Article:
The Radicalization of the GOP is the Most Important Political Story Today
Why Won’t The Press Police Radical Republicans? By Eric Boehlert, Media Matters, October 11, 2013
Your False-Equivalence Guide to the Days Ahead James Fallows Sep 27 2013 –A kind of politics we have not seen for more than 150 years…As a matter of journalism, any story that presents the disagreements as a “standoff,” a “showdown,” a “failure of leadership,” a sign of “partisan gridlock,” or any of the other usual terms for political disagreement, represents a failure of journalism and an inability to see or describe what is going on…This isn’t “gridlock.” It is a ferocious struggle within one party, between its traditionalists and its radical factions, with results that unfortunately can harm all the rest of us — and, should there be a debt default, could harm the rest of the world too.
The U.S. Behaves Nothing Like a Democracy, But You’ll Never Hear About It in Our ‘Free Press’ By Noam Chomsky, AlterNetAugust 15, 2013
15 things everyone would know if there were a liberal media by akadjianFollow, Daily Kos, Aug 07, 2013
Big Media Is Raking in Billions on Political Ads — Here’s a Way to Take Back the Airwaves That Belong to All of Us by Bill Moyers, Alternet.org, March 30, 20132012 |
How the Mainstream Press Bungled the Single Biggest Story of the 2012 Campaign by Dan Froomkin, Huffington Post, 12/07/2012 — Contributing editor, Nieman Reports … coverage in 2012 was a particularly calamitous failure, almost entirely missing the single biggest story of the race: Namely, the radical right-wing, off-the-rails lurch of the Republican Party, both in terms of its agenda and its relationship to the truth… Democrats were hardly innocent but…the Republican campaign was just far more over the top.”…[Mann and Ornstein] dramatically rejected the strictures of false equivalency that bind so much of the capital’s media…The 2012 campaign …exposed how fabulists and liars can exploit the elite media’s fear of being seen as taking sides… if the story that you’re telling repeatedly is that they’re all…equally to blame — then you’re really doing a disservice to voters, and not doing what journalism is supposed to do…
Why the Mainstream Media Are Clueless About the Religious Right by Adele M. Stan, AlterNet, August 18, 2011 - Though it has shaped American politics for the last 40 years, the religious right still baffles reporters…From the attitudes shown by media toward the religious right, you’d never know that more than one-quarter of the U.S. population identify as evangelicals…These, by and large, are the people who determine the outcome of the Republican presidential primary…yet, we who cover these races often know very little about the voters whose person-on-the-street interviews they’re recording, except to know that these people are very different from us in their view of the world… the ideology can be traced back to the backers of 1964 campaign of Barry Goldwater. But you’d never know that from reading the mainstream media.
What Watchdog? How the Financial Press Has Failed the American Public, AlterNet  / By Laura Gottesdiener  January 9, 2013 …2013 is already shaping up to be another year of government-backed wins for Wall Street. As the New York Times’ Gretchen Morgenson wrote, “If you were hoping that things might be different in 2013 — you know, that bankers would be held responsible for bad behavior or that the government might actually assist troubled homeowners — you can forget it.…”…The lack of outrage or investigation by mainstream media comes in stark contrast to the public response to the settlement announcements.…So if readers are hungering for more information and outrage, why is the mainstream press so soft on Wall Street? Is it the last three decades’ rampant media consolidation, which has put 90 percent of the nation’s media in the hands of only six major corporations?  (That’s down from 50 companies in 1983.) Pulitzer Prize-winning investigative journalist Dean Starkman, whose 2009 Columbia Journalism Review article “Power Problem” outlined just how badly the financial press failed in the lead-up to 2006 [was asked] what’s the role of the press–if it’s doing its job? [ and said] “To me, journalism is particularly important because it is the oxygen of democracy. At its best, it is the main thing that is capable of explaining complex problems to a mass audience.That’s its most critical role–and its most difficult task.”…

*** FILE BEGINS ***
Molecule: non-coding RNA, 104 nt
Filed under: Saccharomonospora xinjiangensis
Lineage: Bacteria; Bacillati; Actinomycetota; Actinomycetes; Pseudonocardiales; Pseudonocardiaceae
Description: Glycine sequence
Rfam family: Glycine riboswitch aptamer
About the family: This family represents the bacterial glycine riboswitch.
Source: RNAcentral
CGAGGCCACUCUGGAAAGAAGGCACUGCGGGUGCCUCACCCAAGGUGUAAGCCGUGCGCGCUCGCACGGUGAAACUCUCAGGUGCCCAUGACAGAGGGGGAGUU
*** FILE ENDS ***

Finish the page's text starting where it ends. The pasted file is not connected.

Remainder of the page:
How the US Press Lost its Way By Robert Parry, Consortium News, May 21, 2012 …the glory days of American journalism in the 1970s…the more depressing question of why things then went so terribly wrong...with Richard Nixon’s resignation in 1974, it could be said that America’s checks and balances were alive and well. In newsrooms around Washington, there was reason to be proud.More broadly, the United States had reason to be proud. The American constitutional Republic had shown its capacity for self-correction. Not only had brave individuals done their jobs as professionals – both in media and in government – but the nation’s institutions had worked.The press, the Congress, the courts along with an informed public had demanded and gotten accountability and reform.…However, the success of democracy, this victory of the rule of law, was fragile. The struggle between dishonest pols and honest reporters – between an engaged people and behind-the-scenes powerbrokers – was far from over. Indeed, a new battle was just beginning...It was an unsettling time for the rich white men who held most of the levers of power...many were determined to fight back and some had experience in defusing and dismantling social movements around the world…gave Nixon’s allies a playbook for how to neutralize opponents and steer a population here at home...happened over the past three-plus decades…ultimately, they consolidated power; they changed laws in their favor; and – over the course of several decades – they made themselves even richer, indeed a lot richer, and that, in turn, has translated into even more power.The likes of Richard Mellon Scaife and the Koch Brothers began investing in right-wing media, in right-wing think tanks, and in right-wing attack groups…Australian Rupert Murdoch showed up with millions more to buy up news media properties and give them a right-wing bent. American neocons also emerged in this time frame. They became the intellectual shock troops for the Right’s counteroffensive…1977…the end of that brief golden era of journalism. Jimmy Carter was president at the time. His administration was itself a reaction to the lies of the Vietnam War and Watergate…Then, came Ronald Reagan. He was the perfect pitchman for this pushback, the ideal front man for rallying average Americans to betray their own interests…He also could sell nostalgia for a mythical better day, a time before all those jarring social changes of the 1960s and all those national humiliations of the 1970s. After defeating Jimmy Carter in 1980, Reagan brought with him a gifted team of P.R. and ad men. And, partly through the connection of Reagan’s Vice President (and former CIA director) George H.W. Bush…Reagan also put one of Richard Nixon’s most cynical and unscrupulous allies, Bill Casey, in charge of CIA. Casey was a former intelligence officer from the OSS in World War II. He obsessed over the importance of deception and propaganda, what he viewed as key elements in defeating the Nazis and later containing the Communists. Casey understood that he who controlled the flow of information had a decisive advantage in any conflict...Reagan administration …policy centered around scaring the American people about the Soviet menace and financing a massive U.S. military buildup to counter Moscow’s supposed bid for worldwide conquest. Reagan also wanted to assist right-wing dictatorships in Central America as they put down uprisings by peasants, students, even priests and nuns…But the problem wasn’t just getting control of the information inside the U.S. government. It also was to get control of the unruly Washington press corps…At the NSC, Raymond was put in charge of a special interagency task force for coordinating what was called “public diplomacy,” or how to sell U.S. policies around the world. But the office had a more secret and more sensitive domestic function. It was targeting members of Congress and the U.S. press corps – and through them, the American people…troublesome journalists were simply labeled “liberal,” a curse word in that period...the Reagan team had a name for what they were up to in their domestic propaganda schemes. They called it “perception management.” The idea was that if you could manage how the American people perceived events abroad, you could not only insure their continued support of the foreign policy, but in making the people more compliant domestically. A frightened population is much easier to control...the nation’s two preeminent papers… the New York Times and the Washington Post – largely moved to the sidelines when it came to Reagan-era scandals.In the 1980s, the two influential papers became more solicitous to the Establishment than they were committed to the quality journalism that had contributed to the upheavals of the 1960s and 1970s...notion of controversializing reporters may sound silly, but it was a real strategy. By the mid-1980s, America’s Right had built up an imposing media infrastructure of its own with many newspapers and magazines…the secret operations of Oliver North and to the first story – in June 1985 – about his role funneling off-the-books money to the contras… the Iran-Contra Affair marked an opportunity to not only bring important facts to the American people but to revive that independent spirit of the U.S. press…There were too many forces supporting containment of the scandal and too few committed to its full explication.…From my sources, it was clear that a cover-up was underway to protect Reagan and his heir apparent Bush.… bureau chief…specifically ordered me not to even read the congressional Iran-Contra report when it came out in fall 1987. I was reassigned to work on the Gary Hart sex scandal...the concept of “perception management” had carried the day in Washington, with remarkably little resistance from the Washington press corps...Yes, the press corps could get fierce about Bill Clinton’s sex life or Al Gore’s supposed exaggerations. But when it came to national security secrets – especially with a Republican in the White House – the American people and the world were in much greater danger than they knew.I turned to what was then the new media frontier, the Internet, and started what was the first investigative news Web site. The site is called Consortiumnews.com…despite the Internet’s promise…The readership also is fragmented, making it impossible to have the impact that the New York Times had in the Pentagon Papers or the Washington Post had during Watergate.Sadly, too, my fears about the dangers from a Washington press corps that had stopped asking the tough questions on issues of war and peace also proved prescient. After George W. Bush seized the White House — and especially after the 9/11 attacks — many journalists reverted back their earlier roles as stenographers to power. They also became cheerleaders for a misguided war in Iraq. Indeed, you can track the arc of modern American journalism from its apex at the Pentagon Papers and Watergate curving downward to that center point of Iran-Contra before reaching the nadir of Bush’s war in Iraq…Though everyone knew that Hussein had let the inspectors in and that it was Bush who had forced them to leave in March 2003, not a single reporter confronted Bush on this lie, which he repeated again and again right through his exit interviews in 2008...In the era of Watergate and the Pentagon Papers, the system had worked, with individuals and institutions upholding their constitutional duties to inform the public and punish corrupt officials. By the era of Iran-Contra, some individuals within the system continued to do their jobs, but the institutions had stopped working. Almost no one was held accountable and the cover-up was largely succeeded…Even after George W. Bush took the United States to war in Iraq under false pretenses and even after he authorized the torture of detainees in the “war on terror,” no one involved in those decisions has faced any accountability at all. When high-flying Wall Street bankers brought the world’s economy to its knees with risky gambles in 2008, Western governments used trillions of dollars in public moneys to bail the bankers out. But not one senior banker faced prosecution. Upon taking office in 2009, President Obama saw little choice but to “look forward, not backward.” And, in all honesty, given the state of the American political/media process, it is hard to envision how he would have proceeded against what would have been a powerful phalanx of Establishment forces opposed to prosecuting Bush, Wall Street CEOs and their underlings. …Not only has political power been concentrated in their hands, but the country’s wealth, too……The absence of accountability has spread from government to the media itself. The makings are there for yet another catastrophe. So, a sad but – I think – fair conclusion would be that at least for the time being, perception management has won out over truth. But the struggle over information and democracy has entered another new and unpredictable phase.